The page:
In the Debate About Immigrants, Don’t Forget Compassion

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J. Lee Grady

My friend Dawit (not his real name) is a 33-year-old immigrant from the troubled nation of Eritrea. When he was a teenager, he and his 11 siblings walked more than eight hours to the Sudanese border to escape the communist country. Eventually, in 2010, Dawit and his family arrived in the United States to seek a better life.

After spending some time in California, Dawit moved to the Atlanta area to work as a truck driver. I met him in 2022 through a mutual friend who is also from Eritrea, and I prayed with Dawit on the phone when he decided to become a Christian. We’ve stayed in touch weekly, and I send him tips on how to grow as a disciple of Jesus.

This past week, Dawit called me to ask if I could baptize him. He had been studying his Bible, and he realized that he needed to solidify his commitment to Jesus and make a public declaration of his faith. So he drove his 18-wheeler to my city, an hour from Atlanta, and I baptized him in a swimming pool while several friends watched.

Before the baptism, I read aloud the story of the conversion and baptism of the Ethiopian eunuch in Acts 8. I highlighted verse 37, in which the Ethiopian boldly told the evangelist Philip: “I believe that Jesus Christ is the Son of God” (Acts 8:37b, NASB 1995). Dawit repeated those words confidently, and then we got in the water. His smile in that holy moment was another clear sign that Jesus has transformed his life.  

This baptism on a sunny Saturday afternoon in a suburban neighborhood in Georgia was no small miracle. Dawit’s story could have ended much differently, because Eritrea is a dangerous place.

Dictator Isaias Afewerki has ruled the small nation since 1993. Bordering Sudan, Ethiopia and Djibouti, the country is known as “the North Korea of Africa” because Afwerki’s tyrannical regime closed all evangelical and independent churches, and he aggressively persecutes Christians.

More than 500,000 Eritreans have fled the country in recent years, but many others who’ve tried to escape have been jailed, tortured or killed. Some Eritrean refugees attempt dangerous voyages to Italy each year, but many never make it to the shores alive.

Thankfully, Dawit escaped Eritrea by the grace of God. Today he has a good job, and he rents a house in an Atlanta suburb. He listens to sermons and Christian praise songs while he drives his truck on long hauls across America.

I know the issue of immigration is a tense topic these days. It’s tragic that our government is allowing millions of illegal immigrants to cross our southern border without enforcing existing security laws. The office of the U.S. Customs and Border Protection says almost 7.3 million migrants have illegally crossed our southern border since 2021. That’s more people than the population of 36 states.

The recent murder of Georgia college student Laken Riley, allegedly at the hands of an illegal immigrant from Venezuela, proved to all of us that we shouldn’t just let any foreigner march into our country without being vetted. Rather than throwing all doors open, we should require foreigners who are seeking asylum in the United States to go through the official citizenship process, just as other immigrants entering this country have done.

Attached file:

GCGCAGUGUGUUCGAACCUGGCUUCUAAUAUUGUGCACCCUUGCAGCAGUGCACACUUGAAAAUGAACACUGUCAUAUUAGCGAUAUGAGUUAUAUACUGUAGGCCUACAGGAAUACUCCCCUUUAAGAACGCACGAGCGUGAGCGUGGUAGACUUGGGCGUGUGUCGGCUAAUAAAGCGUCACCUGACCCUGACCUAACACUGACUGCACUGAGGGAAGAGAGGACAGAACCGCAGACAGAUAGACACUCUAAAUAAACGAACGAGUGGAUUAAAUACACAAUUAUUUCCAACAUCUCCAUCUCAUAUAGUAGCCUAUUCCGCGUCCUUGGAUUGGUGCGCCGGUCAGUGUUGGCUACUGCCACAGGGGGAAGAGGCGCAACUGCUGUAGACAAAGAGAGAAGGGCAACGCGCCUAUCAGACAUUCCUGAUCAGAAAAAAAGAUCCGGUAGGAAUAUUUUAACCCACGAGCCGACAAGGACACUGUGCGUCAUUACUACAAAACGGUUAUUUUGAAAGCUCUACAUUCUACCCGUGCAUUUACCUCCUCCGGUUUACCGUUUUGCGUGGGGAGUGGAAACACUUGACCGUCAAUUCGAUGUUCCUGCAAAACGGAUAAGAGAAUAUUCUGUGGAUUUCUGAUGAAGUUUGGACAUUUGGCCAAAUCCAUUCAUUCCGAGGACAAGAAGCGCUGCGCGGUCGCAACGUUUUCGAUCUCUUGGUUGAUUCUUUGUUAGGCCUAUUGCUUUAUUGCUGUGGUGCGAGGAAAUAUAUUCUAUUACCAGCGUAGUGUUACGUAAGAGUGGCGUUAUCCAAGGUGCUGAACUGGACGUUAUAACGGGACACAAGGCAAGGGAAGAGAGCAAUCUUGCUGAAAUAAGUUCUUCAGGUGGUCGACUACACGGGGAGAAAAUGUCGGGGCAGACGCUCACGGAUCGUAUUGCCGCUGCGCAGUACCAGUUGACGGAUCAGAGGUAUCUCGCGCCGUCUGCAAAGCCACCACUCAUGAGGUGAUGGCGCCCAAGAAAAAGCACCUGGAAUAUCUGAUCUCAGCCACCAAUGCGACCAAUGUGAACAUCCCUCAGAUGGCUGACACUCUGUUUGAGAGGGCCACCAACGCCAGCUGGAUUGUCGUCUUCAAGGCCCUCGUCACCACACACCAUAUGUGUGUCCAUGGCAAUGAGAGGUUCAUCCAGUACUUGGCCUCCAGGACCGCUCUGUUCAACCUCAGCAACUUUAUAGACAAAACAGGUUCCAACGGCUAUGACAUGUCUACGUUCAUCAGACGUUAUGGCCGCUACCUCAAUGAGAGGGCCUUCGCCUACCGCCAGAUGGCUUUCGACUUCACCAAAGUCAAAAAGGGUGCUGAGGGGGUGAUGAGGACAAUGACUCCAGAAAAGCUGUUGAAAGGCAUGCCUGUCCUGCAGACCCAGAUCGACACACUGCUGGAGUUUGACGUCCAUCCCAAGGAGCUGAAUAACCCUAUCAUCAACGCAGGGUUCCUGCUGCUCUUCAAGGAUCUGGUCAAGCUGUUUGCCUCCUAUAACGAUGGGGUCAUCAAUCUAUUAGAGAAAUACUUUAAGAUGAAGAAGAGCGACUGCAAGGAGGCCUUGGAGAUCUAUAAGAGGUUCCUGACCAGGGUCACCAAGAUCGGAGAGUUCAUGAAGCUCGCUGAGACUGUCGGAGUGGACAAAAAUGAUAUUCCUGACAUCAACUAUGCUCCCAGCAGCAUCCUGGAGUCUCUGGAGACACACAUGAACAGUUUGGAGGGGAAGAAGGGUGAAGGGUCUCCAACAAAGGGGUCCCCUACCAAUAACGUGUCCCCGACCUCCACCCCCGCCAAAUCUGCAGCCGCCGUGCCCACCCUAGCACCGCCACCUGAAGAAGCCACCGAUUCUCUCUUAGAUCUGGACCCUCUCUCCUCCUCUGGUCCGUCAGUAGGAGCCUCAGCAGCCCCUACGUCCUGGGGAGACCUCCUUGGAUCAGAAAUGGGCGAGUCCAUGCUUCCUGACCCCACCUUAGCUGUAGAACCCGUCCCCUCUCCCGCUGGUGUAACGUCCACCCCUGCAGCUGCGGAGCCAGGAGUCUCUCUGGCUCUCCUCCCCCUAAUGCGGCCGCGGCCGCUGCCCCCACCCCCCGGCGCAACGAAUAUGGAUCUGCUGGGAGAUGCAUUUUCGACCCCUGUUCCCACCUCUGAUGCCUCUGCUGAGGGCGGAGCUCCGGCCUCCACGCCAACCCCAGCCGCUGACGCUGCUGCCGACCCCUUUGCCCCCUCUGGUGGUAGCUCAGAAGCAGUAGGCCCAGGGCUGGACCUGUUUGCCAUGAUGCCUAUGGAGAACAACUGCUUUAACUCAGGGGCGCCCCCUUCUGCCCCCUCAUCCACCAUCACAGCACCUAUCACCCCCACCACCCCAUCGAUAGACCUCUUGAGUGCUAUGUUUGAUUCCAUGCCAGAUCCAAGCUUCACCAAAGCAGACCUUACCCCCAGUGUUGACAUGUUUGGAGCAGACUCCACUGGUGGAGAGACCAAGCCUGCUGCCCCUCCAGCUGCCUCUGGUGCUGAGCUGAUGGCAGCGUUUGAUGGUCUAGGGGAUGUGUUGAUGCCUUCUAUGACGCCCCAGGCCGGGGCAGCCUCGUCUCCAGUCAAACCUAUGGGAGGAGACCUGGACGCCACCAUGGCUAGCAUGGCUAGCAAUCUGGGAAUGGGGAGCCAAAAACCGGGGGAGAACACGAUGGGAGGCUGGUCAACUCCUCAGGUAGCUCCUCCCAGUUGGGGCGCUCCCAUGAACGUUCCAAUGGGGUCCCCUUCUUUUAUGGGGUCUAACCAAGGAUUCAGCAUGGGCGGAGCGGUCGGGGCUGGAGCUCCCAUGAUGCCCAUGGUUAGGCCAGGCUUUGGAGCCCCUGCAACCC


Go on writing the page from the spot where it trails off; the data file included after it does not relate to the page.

At the same time, we can’t forget that the United States is a nation of immigrants—and we can’t throw out all compassion just because some people have abused the system. There will always be people like Dawit who are trapped in a hellish situation in their homeland. Dawit and his family were not criminals. They craved freedom from tyranny, and their only hope was to come to America. Once Dawit got here, he also found spiritual freedom.

My life is richer today because of immigrants like Dawit. I’m now close friends with Americans who were born in Brazil, Mexico, Cuba, Ukraine, Russia, Kyrgyzstan, Belarus, El Salvador, Mexico, Ethiopia, Ghana, Nigeria, Malawi, China, Indonesia, Egypt and so many other countries. Hearing their testimonies has strengthened my faith in Jesus.

God told the ancient Israelites to love foreigners. He said in Leviticus 19:34a: “The stranger who resides with you shall be to you as the native among you, and you shall love him as yourself, for you were aliens in the land of Egypt.”

I hear some Christians today speaking harshly about immigrants—as if every person seeking freedom here in the United States were a terrorist. Don’t let that kind of hate grow in your heart. Yes, we must secure our border and deport criminals, but we should also put out the welcome mat for those who are seeking freedom. And we must welcome them into our congregations because we are one family.

J. Lee Grady is an author, award-winning journalist and ordained minister. He served as a news writer and magazine editor for many years before launching into full-time ministry.

Lee is the author of six books, including “10 Lies the Church Tells Women,” “10 Lies Men Believe” and “Fearless Daughters of the Bible.” His years at Charisma magazine also gave him a unique perspective of the Spirit-filled church and led him to write “The Holy Spirit Is Not for Sale” and “Set My Heart on Fire,” which is a Bible study on the work of the Holy Spirit.

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